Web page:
Microsoft antitrust probe opens in Japan

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TOKYO -- The antitrust probe against Microsoft Corp. has spilled across the Pacific with the Jan. 14 announcement that Japan's Fair Trade Commission will investigate the Tokyo branch of the software giant for alleged unfair market practices.

Details of the FTC probe were not disclosed, but the move comes as Microsoft is fighting a heated battle with the U.S. Justice Department over sales of its Internet Explorer software.

"Our investigation will cover points similar to those raised regarding Microsoft's business practices in the U.S., as well as other issues specific to Japan," says FTC Secretary General Jotaro Yabe.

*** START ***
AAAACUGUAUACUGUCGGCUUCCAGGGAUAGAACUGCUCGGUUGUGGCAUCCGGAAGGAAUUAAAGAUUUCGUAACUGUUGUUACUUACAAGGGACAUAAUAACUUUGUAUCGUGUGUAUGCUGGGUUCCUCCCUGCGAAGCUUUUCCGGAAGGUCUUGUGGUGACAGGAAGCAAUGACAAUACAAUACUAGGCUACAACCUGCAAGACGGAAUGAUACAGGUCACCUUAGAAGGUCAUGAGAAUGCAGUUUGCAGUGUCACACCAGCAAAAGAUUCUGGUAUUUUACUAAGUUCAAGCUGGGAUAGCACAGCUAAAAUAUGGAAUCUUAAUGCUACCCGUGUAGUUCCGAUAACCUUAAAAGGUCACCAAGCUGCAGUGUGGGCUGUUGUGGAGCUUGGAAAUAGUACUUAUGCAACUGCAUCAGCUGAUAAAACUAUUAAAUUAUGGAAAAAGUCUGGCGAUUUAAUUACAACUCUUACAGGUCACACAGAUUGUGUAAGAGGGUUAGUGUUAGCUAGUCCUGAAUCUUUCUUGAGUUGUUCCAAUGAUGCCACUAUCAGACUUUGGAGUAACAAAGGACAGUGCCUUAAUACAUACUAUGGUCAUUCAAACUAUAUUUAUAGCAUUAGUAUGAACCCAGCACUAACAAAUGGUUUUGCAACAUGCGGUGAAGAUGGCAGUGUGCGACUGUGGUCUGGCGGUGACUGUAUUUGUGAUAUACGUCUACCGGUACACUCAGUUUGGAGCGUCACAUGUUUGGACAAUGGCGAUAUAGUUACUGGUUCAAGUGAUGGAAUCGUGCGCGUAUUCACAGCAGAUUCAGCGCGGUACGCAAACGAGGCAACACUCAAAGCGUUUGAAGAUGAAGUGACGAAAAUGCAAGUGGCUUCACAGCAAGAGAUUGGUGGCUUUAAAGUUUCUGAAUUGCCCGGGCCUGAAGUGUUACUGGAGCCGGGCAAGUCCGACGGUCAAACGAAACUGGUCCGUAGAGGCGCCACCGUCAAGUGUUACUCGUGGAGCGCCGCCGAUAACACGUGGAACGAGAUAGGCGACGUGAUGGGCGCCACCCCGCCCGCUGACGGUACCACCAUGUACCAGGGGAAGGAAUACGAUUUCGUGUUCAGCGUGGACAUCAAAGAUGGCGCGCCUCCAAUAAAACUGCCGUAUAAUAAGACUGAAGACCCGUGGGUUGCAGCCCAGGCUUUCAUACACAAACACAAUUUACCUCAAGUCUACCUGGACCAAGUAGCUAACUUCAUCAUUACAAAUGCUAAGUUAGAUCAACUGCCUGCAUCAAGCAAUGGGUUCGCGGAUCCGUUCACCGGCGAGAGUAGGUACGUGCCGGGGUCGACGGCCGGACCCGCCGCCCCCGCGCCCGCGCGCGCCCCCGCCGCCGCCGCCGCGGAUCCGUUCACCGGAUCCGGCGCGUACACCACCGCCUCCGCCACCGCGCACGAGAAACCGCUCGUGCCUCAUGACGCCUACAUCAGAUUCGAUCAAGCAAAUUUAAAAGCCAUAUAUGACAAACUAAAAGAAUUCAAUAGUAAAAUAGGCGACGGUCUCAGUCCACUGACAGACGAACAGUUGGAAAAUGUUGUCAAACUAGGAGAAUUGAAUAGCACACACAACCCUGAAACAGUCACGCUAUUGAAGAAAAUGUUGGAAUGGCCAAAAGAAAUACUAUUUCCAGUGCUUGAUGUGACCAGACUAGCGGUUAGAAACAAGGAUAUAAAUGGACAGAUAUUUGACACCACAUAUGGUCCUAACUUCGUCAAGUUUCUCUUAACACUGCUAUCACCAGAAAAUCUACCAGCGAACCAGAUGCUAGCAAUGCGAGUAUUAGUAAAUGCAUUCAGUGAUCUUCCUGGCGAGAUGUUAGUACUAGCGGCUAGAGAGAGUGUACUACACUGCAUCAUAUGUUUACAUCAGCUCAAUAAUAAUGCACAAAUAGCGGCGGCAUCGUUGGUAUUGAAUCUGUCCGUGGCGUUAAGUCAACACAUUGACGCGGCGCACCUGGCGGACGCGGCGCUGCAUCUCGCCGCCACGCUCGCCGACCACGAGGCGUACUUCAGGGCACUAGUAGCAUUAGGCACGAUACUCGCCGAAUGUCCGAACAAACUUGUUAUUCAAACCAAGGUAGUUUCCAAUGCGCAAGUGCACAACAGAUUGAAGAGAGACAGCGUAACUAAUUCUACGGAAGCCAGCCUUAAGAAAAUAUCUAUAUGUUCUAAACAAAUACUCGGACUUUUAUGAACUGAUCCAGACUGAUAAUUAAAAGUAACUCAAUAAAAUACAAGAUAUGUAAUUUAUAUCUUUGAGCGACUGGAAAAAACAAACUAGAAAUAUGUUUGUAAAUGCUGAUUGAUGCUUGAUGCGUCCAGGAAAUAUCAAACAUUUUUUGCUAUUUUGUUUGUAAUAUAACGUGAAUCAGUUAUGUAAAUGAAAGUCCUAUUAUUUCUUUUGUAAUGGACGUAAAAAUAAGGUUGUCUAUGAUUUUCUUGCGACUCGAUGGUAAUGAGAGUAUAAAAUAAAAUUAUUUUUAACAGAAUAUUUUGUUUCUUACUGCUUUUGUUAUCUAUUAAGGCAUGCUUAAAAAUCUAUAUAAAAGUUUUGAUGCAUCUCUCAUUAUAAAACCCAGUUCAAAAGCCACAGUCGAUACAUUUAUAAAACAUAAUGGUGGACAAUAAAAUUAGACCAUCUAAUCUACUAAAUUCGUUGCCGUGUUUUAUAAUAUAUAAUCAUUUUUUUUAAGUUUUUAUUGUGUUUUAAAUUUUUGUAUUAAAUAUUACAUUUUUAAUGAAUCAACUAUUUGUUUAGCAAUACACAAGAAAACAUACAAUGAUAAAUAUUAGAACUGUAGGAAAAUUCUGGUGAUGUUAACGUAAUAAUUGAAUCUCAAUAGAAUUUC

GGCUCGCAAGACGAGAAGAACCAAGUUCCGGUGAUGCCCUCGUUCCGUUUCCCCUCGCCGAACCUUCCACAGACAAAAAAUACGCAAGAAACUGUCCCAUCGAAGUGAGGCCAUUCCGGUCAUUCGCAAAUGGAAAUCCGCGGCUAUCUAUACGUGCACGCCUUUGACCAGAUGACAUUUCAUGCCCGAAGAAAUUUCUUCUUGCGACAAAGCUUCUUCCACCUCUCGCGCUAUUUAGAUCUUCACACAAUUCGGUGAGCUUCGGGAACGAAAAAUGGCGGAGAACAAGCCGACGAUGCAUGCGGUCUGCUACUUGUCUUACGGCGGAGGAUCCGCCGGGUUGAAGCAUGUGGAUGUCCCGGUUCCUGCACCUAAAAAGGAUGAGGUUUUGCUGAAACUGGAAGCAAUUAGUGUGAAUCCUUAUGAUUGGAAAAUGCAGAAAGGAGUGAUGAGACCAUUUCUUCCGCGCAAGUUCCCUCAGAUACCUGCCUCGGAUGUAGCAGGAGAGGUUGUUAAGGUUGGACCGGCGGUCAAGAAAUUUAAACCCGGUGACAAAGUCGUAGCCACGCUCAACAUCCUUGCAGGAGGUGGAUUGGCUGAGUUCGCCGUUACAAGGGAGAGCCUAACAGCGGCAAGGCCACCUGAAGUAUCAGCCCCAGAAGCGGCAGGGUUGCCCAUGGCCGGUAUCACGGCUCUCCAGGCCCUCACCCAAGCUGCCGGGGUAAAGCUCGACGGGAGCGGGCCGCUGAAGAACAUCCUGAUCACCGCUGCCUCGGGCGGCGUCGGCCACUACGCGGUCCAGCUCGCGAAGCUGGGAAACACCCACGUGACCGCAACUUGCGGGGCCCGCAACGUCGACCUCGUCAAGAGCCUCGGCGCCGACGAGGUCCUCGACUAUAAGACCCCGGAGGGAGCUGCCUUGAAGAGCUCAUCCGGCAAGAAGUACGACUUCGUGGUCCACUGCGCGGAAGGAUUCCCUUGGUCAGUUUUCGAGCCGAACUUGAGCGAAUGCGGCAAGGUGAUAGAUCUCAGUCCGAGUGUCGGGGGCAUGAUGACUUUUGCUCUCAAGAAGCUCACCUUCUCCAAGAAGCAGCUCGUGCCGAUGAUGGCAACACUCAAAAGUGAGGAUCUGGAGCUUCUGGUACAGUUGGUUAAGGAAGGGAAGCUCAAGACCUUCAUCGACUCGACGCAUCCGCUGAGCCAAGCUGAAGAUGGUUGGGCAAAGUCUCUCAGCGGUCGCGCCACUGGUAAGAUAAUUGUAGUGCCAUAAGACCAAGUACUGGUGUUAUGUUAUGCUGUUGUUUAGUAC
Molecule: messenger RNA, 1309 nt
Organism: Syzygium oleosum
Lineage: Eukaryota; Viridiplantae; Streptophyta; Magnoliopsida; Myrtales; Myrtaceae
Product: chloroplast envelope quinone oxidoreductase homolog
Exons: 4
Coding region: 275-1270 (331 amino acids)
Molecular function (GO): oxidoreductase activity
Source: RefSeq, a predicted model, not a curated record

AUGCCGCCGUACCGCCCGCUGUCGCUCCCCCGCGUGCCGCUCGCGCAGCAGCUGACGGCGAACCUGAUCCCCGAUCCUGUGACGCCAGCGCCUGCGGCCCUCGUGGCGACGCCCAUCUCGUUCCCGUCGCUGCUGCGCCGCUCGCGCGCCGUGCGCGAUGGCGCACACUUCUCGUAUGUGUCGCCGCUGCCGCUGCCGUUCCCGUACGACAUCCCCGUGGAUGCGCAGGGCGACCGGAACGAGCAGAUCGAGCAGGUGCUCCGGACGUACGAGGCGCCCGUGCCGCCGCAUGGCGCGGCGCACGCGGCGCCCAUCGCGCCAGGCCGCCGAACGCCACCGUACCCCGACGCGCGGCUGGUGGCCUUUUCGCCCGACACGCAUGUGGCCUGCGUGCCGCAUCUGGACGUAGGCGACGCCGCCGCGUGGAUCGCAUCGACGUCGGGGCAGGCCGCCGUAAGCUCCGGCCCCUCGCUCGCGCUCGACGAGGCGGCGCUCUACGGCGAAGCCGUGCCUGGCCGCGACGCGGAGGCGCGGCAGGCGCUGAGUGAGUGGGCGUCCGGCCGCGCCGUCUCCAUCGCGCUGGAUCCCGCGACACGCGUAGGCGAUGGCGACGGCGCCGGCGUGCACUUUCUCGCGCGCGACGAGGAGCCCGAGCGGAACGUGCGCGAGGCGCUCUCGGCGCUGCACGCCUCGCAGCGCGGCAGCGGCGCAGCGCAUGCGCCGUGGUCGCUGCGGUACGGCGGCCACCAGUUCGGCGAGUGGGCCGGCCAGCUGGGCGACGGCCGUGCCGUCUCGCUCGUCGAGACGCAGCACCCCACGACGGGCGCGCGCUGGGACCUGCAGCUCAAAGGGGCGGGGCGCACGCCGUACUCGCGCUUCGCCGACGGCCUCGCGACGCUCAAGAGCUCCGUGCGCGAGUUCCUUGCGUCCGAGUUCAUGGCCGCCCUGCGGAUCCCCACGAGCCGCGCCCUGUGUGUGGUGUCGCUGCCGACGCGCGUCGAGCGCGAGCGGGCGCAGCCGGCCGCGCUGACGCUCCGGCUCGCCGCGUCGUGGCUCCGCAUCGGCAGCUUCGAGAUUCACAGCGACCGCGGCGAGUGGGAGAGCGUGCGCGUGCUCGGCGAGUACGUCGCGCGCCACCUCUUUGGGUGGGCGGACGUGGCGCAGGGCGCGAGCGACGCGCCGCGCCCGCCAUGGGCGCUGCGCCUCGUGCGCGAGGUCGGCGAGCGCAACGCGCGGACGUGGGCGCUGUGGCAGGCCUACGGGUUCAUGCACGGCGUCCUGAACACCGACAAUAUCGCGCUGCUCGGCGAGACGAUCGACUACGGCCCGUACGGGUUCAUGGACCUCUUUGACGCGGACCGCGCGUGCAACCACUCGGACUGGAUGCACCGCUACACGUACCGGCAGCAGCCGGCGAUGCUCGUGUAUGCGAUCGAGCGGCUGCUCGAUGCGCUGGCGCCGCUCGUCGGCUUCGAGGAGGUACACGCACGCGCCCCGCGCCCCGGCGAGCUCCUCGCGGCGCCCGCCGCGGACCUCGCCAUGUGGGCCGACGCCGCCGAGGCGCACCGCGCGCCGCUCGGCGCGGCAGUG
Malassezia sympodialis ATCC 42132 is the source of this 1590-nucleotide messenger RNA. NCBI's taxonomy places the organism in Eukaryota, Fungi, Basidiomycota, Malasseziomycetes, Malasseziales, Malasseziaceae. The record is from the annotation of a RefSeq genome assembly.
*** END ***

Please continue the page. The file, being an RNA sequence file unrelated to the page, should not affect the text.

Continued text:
Japanese news reports cited FTC sources as saying Microsoft may have tried to restrict the sale of software in Japan that competes with Microsoft products such as Internet Explorer, Excel spreadsheet and Microsoft Word.

A Microsoft spokesman says the company's business practices have not infringed on Japan's antitrust laws. He adds the company does not demand computer makers install Excel and Word together when loading software into new personal computers.

U.S. Justice Department officials recently visited Tokyo to meet with FTC officials in order to seek cooperation in the Microsoft probe, Kyodo News reported.

Copyright January 1998, Crain Communications Inc.

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